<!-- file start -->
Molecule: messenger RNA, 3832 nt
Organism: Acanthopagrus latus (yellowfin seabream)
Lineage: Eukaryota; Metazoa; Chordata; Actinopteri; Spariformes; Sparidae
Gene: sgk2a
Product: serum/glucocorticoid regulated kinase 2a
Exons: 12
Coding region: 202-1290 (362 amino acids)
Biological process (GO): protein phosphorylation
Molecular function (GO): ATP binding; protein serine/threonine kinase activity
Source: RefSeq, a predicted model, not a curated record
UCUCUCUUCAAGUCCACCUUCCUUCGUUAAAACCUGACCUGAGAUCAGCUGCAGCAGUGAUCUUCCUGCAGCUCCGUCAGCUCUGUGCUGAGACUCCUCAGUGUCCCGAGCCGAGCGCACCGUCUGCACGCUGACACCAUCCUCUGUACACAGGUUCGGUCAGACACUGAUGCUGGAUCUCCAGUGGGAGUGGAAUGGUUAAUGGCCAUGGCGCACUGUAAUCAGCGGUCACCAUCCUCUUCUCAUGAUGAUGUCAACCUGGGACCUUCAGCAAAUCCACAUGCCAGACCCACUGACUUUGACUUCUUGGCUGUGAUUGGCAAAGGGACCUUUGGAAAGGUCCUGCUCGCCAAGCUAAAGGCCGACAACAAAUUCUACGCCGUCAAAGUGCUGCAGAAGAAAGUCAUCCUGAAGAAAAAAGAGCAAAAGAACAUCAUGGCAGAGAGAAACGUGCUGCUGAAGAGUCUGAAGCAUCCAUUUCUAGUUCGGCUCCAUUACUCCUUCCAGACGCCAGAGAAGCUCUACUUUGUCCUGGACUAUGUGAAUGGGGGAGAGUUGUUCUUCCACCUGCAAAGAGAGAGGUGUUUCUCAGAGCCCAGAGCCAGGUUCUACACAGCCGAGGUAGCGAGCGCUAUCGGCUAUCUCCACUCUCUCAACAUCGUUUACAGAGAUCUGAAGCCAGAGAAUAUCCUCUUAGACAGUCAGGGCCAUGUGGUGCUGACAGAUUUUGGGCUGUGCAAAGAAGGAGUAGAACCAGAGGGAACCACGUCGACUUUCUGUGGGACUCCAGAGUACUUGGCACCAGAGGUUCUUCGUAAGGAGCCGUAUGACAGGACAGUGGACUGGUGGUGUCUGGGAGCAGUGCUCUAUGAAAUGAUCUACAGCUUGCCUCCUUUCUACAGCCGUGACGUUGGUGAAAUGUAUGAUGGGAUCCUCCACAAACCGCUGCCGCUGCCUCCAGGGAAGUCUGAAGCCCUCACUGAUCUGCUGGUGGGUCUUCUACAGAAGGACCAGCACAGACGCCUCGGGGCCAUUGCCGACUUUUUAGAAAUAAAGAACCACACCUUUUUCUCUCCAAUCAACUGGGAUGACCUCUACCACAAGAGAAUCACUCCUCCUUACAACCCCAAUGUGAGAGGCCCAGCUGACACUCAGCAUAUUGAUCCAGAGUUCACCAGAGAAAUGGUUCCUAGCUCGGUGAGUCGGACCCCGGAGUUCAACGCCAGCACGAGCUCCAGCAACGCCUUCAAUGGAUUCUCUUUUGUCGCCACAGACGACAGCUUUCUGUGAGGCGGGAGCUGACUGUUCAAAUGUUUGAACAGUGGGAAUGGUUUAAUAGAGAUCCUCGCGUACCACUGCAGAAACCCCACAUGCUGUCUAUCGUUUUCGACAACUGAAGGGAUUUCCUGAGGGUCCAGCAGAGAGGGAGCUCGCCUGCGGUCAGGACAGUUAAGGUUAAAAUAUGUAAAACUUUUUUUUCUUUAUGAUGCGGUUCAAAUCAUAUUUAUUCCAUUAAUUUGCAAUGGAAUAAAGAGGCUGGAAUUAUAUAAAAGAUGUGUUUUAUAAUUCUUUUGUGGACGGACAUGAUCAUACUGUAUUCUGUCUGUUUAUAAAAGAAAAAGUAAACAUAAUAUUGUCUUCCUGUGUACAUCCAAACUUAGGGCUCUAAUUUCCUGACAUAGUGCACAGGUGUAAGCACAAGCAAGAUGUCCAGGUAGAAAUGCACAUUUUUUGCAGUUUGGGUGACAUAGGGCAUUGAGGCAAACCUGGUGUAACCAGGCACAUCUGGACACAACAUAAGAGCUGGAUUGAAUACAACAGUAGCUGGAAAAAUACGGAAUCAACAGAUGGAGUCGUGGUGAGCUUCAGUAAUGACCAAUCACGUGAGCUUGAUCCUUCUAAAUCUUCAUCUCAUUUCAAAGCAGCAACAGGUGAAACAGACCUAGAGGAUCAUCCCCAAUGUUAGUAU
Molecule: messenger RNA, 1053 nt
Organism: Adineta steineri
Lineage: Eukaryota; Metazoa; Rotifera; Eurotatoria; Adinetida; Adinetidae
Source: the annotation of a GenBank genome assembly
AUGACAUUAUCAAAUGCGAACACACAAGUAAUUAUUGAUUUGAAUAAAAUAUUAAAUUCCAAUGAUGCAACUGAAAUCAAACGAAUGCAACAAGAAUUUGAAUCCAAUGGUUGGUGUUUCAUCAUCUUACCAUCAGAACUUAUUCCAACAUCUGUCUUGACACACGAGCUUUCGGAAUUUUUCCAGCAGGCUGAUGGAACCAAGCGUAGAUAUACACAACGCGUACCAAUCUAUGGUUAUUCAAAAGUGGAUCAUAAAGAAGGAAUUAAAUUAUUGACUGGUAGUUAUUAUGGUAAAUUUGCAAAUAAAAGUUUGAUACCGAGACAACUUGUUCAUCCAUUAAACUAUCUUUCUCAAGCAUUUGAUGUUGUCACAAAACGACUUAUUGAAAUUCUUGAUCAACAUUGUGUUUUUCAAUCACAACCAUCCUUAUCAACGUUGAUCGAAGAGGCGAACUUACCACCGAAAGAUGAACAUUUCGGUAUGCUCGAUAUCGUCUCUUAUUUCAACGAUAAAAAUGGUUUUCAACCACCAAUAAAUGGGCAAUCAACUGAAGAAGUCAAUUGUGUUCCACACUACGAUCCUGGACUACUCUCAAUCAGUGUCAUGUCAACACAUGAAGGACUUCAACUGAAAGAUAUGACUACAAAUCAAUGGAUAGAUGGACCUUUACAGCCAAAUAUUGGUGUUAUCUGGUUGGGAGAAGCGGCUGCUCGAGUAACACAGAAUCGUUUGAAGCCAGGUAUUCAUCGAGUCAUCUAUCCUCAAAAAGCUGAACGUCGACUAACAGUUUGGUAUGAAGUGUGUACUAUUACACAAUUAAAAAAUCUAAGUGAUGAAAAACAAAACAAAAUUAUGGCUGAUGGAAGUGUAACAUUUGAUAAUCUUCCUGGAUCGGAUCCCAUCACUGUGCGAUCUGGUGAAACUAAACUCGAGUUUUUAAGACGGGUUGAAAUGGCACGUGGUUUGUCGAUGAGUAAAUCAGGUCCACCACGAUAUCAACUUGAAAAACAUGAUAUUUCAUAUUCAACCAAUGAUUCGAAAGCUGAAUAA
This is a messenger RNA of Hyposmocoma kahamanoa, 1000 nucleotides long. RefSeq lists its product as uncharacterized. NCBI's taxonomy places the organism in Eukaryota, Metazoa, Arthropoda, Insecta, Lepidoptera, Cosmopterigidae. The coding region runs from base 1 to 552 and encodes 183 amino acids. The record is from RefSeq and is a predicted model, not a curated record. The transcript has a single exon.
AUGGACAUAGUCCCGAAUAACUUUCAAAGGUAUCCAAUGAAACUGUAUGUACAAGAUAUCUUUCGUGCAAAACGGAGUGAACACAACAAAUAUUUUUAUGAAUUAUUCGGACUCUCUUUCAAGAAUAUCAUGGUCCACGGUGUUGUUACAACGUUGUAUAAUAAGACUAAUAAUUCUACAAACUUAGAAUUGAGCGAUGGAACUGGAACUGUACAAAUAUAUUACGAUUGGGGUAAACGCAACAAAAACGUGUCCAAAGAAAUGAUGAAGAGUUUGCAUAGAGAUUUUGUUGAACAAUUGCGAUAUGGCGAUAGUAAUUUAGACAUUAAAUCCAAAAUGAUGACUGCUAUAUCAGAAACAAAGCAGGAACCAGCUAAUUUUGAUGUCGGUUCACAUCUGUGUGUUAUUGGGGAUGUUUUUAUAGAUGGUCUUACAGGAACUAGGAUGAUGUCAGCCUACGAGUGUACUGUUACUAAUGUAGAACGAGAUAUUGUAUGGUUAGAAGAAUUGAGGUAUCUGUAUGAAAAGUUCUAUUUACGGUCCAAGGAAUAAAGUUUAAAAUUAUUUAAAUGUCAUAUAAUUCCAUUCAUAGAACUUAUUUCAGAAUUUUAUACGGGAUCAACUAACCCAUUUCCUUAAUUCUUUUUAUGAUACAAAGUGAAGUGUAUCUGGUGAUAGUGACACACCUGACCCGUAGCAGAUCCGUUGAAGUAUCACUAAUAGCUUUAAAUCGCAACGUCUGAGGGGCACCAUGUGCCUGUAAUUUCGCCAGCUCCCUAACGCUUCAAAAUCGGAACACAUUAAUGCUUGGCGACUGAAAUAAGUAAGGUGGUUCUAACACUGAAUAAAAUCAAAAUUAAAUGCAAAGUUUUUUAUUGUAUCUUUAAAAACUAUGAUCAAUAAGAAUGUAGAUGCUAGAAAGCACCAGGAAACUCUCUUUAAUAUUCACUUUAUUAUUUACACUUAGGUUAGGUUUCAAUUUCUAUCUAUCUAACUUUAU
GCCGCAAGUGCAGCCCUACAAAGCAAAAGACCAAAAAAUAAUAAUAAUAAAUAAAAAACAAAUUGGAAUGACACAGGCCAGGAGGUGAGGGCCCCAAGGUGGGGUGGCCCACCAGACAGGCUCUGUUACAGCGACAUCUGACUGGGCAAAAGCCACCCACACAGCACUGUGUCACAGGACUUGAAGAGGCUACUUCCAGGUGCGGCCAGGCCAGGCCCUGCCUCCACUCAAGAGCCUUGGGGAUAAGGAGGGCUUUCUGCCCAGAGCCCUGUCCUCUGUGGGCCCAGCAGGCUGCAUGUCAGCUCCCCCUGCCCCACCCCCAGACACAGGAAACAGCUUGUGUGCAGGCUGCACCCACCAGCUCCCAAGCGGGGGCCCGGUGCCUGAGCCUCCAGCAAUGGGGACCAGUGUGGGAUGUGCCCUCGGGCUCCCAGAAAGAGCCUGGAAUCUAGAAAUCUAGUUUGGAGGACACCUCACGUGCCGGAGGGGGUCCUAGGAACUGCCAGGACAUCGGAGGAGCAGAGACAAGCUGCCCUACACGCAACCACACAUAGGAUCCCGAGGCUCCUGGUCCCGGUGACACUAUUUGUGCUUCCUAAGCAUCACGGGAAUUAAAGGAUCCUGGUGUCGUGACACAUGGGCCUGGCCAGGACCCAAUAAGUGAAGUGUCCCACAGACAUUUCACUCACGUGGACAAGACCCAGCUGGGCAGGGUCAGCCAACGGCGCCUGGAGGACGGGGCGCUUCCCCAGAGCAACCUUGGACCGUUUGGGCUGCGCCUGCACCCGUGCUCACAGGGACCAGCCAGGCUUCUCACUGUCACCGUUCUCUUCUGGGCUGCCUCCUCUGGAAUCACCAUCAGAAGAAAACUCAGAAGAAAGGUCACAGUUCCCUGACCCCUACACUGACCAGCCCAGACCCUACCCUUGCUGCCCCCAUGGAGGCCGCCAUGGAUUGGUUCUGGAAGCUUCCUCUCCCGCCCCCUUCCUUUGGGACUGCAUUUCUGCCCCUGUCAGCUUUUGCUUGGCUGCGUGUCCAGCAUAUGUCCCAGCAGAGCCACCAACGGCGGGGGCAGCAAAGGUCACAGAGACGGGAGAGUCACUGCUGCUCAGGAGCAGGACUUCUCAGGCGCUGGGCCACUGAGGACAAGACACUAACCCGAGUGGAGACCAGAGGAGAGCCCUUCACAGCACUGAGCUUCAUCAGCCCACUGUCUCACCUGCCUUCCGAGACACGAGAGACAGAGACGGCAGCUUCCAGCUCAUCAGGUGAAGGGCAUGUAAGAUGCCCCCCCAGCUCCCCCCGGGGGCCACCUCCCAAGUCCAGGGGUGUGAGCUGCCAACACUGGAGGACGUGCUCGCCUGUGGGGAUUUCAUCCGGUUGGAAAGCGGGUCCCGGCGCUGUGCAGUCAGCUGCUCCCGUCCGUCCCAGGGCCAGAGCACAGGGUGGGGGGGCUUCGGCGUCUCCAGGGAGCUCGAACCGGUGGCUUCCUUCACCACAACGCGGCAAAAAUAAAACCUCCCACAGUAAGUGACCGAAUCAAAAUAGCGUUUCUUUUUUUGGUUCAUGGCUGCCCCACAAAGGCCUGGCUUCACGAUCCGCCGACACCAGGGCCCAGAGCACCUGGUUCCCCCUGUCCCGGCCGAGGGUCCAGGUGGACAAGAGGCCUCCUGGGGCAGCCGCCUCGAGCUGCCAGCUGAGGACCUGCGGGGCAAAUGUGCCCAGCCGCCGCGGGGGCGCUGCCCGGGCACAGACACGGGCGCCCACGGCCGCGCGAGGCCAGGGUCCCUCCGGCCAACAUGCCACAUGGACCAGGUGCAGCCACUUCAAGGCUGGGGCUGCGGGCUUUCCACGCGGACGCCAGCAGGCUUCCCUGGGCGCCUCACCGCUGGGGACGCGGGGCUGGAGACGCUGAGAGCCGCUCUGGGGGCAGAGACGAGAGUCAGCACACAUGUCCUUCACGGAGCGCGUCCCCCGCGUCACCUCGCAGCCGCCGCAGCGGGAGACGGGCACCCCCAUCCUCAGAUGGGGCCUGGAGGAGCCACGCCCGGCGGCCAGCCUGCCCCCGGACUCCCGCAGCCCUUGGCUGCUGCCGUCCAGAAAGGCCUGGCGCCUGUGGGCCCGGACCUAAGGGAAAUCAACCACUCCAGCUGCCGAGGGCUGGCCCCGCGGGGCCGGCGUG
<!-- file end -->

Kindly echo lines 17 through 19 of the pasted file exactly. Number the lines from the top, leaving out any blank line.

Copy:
This is a messenger RNA of Hyposmocoma kahamanoa, 1000 nucleotides long. RefSeq lists its product as uncharacterized. NCBI's taxonomy places the organism in Eukaryota, Metazoa, Arthropoda, Insecta, Lepidoptera, Cosmopterigidae. The coding region runs from base 1 to 552 and encodes 183 amino acids. The record is from RefSeq and is a predicted model, not a curated record. The transcript has a single exon.
AUGGACAUAGUCCCGAAUAACUUUCAAAGGUAUCCAAUGAAACUGUAUGUACAAGAUAUCUUUCGUGCAAAACGGAGUGAACACAACAAAUAUUUUUAUGAAUUAUUCGGACUCUCUUUCAAGAAUAUCAUGGUCCACGGUGUUGUUACAACGUUGUAUAAUAAGACUAAUAAUUCUACAAACUUAGAAUUGAGCGAUGGAACUGGAACUGUACAAAUAUAUUACGAUUGGGGUAAACGCAACAAAAACGUGUCCAAAGAAAUGAUGAAGAGUUUGCAUAGAGAUUUUGUUGAACAAUUGCGAUAUGGCGAUAGUAAUUUAGACAUUAAAUCCAAAAUGAUGACUGCUAUAUCAGAAACAAAGCAGGAACCAGCUAAUUUUGAUGUCGGUUCACAUCUGUGUGUUAUUGGGGAUGUUUUUAUAGAUGGUCUUACAGGAACUAGGAUGAUGUCAGCCUACGAGUGUACUGUUACUAAUGUAGAACGAGAUAUUGUAUGGUUAGAAGAAUUGAGGUAUCUGUAUGAAAAGUUCUAUUUACGGUCCAAGGAAUAAAGUUUAAAAUUAUUUAAAUGUCAUAUAAUUCCAUUCAUAGAACUUAUUUCAGAAUUUUAUACGGGAUCAACUAACCCAUUUCCUUAAUUCUUUUUAUGAUACAAAGUGAAGUGUAUCUGGUGAUAGUGACACACCUGACCCGUAGCAGAUCCGUUGAAGUAUCACUAAUAGCUUUAAAUCGCAACGUCUGAGGGGCACCAUGUGCCUGUAAUUUCGCCAGCUCCCUAACGCUUCAAAAUCGGAACACAUUAAUGCUUGGCGACUGAAAUAAGUAAGGUGGUUCUAACACUGAAUAAAAUCAAAAUUAAAUGCAAAGUUUUUUAUUGUAUCUUUAAAAACUAUGAUCAAUAAGAAUGUAGAUGCUAGAAAGCACCAGGAAACUCUCUUUAAUAUUCACUUUAUUAUUUACACUUAGGUUAGGUUUCAAUUUCUAUCUAUCUAACUUUAU
GCCGCAAGUGCAGCCCUACAAAGCAAAAGACCAAAAAAUAAUAAUAAUAAAUAAAAAACAAAUUGGAAUGACACAGGCCAGGAGGUGAGGGCCCCAAGGUGGGGUGGCCCACCAGACAGGCUCUGUUACAGCGACAUCUGACUGGGCAAAAGCCACCCACACAGCACUGUGUCACAGGACUUGAAGAGGCUACUUCCAGGUGCGGCCAGGCCAGGCCCUGCCUCCACUCAAGAGCCUUGGGGAUAAGGAGGGCUUUCUGCCCAGAGCCCUGUCCUCUGUGGGCCCAGCAGGCUGCAUGUCAGCUCCCCCUGCCCCACCCCCAGACACAGGAAACAGCUUGUGUGCAGGCUGCACCCACCAGCUCCCAAGCGGGGGCCCGGUGCCUGAGCCUCCAGCAAUGGGGACCAGUGUGGGAUGUGCCCUCGGGCUCCCAGAAAGAGCCUGGAAUCUAGAAAUCUAGUUUGGAGGACACCUCACGUGCCGGAGGGGGUCCUAGGAACUGCCAGGACAUCGGAGGAGCAGAGACAAGCUGCCCUACACGCAACCACACAUAGGAUCCCGAGGCUCCUGGUCCCGGUGACACUAUUUGUGCUUCCUAAGCAUCACGGGAAUUAAAGGAUCCUGGUGUCGUGACACAUGGGCCUGGCCAGGACCCAAUAAGUGAAGUGUCCCACAGACAUUUCACUCACGUGGACAAGACCCAGCUGGGCAGGGUCAGCCAACGGCGCCUGGAGGACGGGGCGCUUCCCCAGAGCAACCUUGGACCGUUUGGGCUGCGCCUGCACCCGUGCUCACAGGGACCAGCCAGGCUUCUCACUGUCACCGUUCUCUUCUGGGCUGCCUCCUCUGGAAUCACCAUCAGAAGAAAACUCAGAAGAAAGGUCACAGUUCCCUGACCCCUACACUGACCAGCCCAGACCCUACCCUUGCUGCCCCCAUGGAGGCCGCCAUGGAUUGGUUCUGGAAGCUUCCUCUCCCGCCCCCUUCCUUUGGGACUGCAUUUCUGCCCCUGUCAGCUUUUGCUUGGCUGCGUGUCCAGCAUAUGUCCCAGCAGAGCCACCAACGGCGGGGGCAGCAAAGGUCACAGAGACGGGAGAGUCACUGCUGCUCAGGAGCAGGACUUCUCAGGCGCUGGGCCACUGAGGACAAGACACUAACCCGAGUGGAGACCAGAGGAGAGCCCUUCACAGCACUGAGCUUCAUCAGCCCACUGUCUCACCUGCCUUCCGAGACACGAGAGACAGAGACGGCAGCUUCCAGCUCAUCAGGUGAAGGGCAUGUAAGAUGCCCCCCCAGCUCCCCCCGGGGGCCACCUCCCAAGUCCAGGGGUGUGAGCUGCCAACACUGGAGGACGUGCUCGCCUGUGGGGAUUUCAUCCGGUUGGAAAGCGGGUCCCGGCGCUGUGCAGUCAGCUGCUCCCGUCCGUCCCAGGGCCAGAGCACAGGGUGGGGGGGCUUCGGCGUCUCCAGGGAGCUCGAACCGGUGGCUUCCUUCACCACAACGCGGCAAAAAUAAAACCUCCCACAGUAAGUGACCGAAUCAAAAUAGCGUUUCUUUUUUUGGUUCAUGGCUGCCCCACAAAGGCCUGGCUUCACGAUCCGCCGACACCAGGGCCCAGAGCACCUGGUUCCCCCUGUCCCGGCCGAGGGUCCAGGUGGACAAGAGGCCUCCUGGGGCAGCCGCCUCGAGCUGCCAGCUGAGGACCUGCGGGGCAAAUGUGCCCAGCCGCCGCGGGGGCGCUGCCCGGGCACAGACACGGGCGCCCACGGCCGCGCGAGGCCAGGGUCCCUCCGGCCAACAUGCCACAUGGACCAGGUGCAGCCACUUCAAGGCUGGGGCUGCGGGCUUUCCACGCGGACGCCAGCAGGCUUCCCUGGGCGCCUCACCGCUGGGGACGCGGGGCUGGAGACGCUGAGAGCCGCUCUGGGGGCAGAGACGAGAGUCAGCACACAUGUCCUUCACGGAGCGCGUCCCCCGCGUCACCUCGCAGCCGCCGCAGCGGGAGACGGGCACCCCCAUCCUCAGAUGGGGCCUGGAGGAGCCACGCCCGGCGGCCAGCCUGCCCCCGGACUCCCGCAGCCCUUGGCUGCUGCCGUCCAGAAAGGCCUGGCGCCUGUGGGCCCGGACCUAAGGGAAAUCAACCACUCCAGCUGCCGAGGGCUGGCCCCGCGGGGCCGGCGUG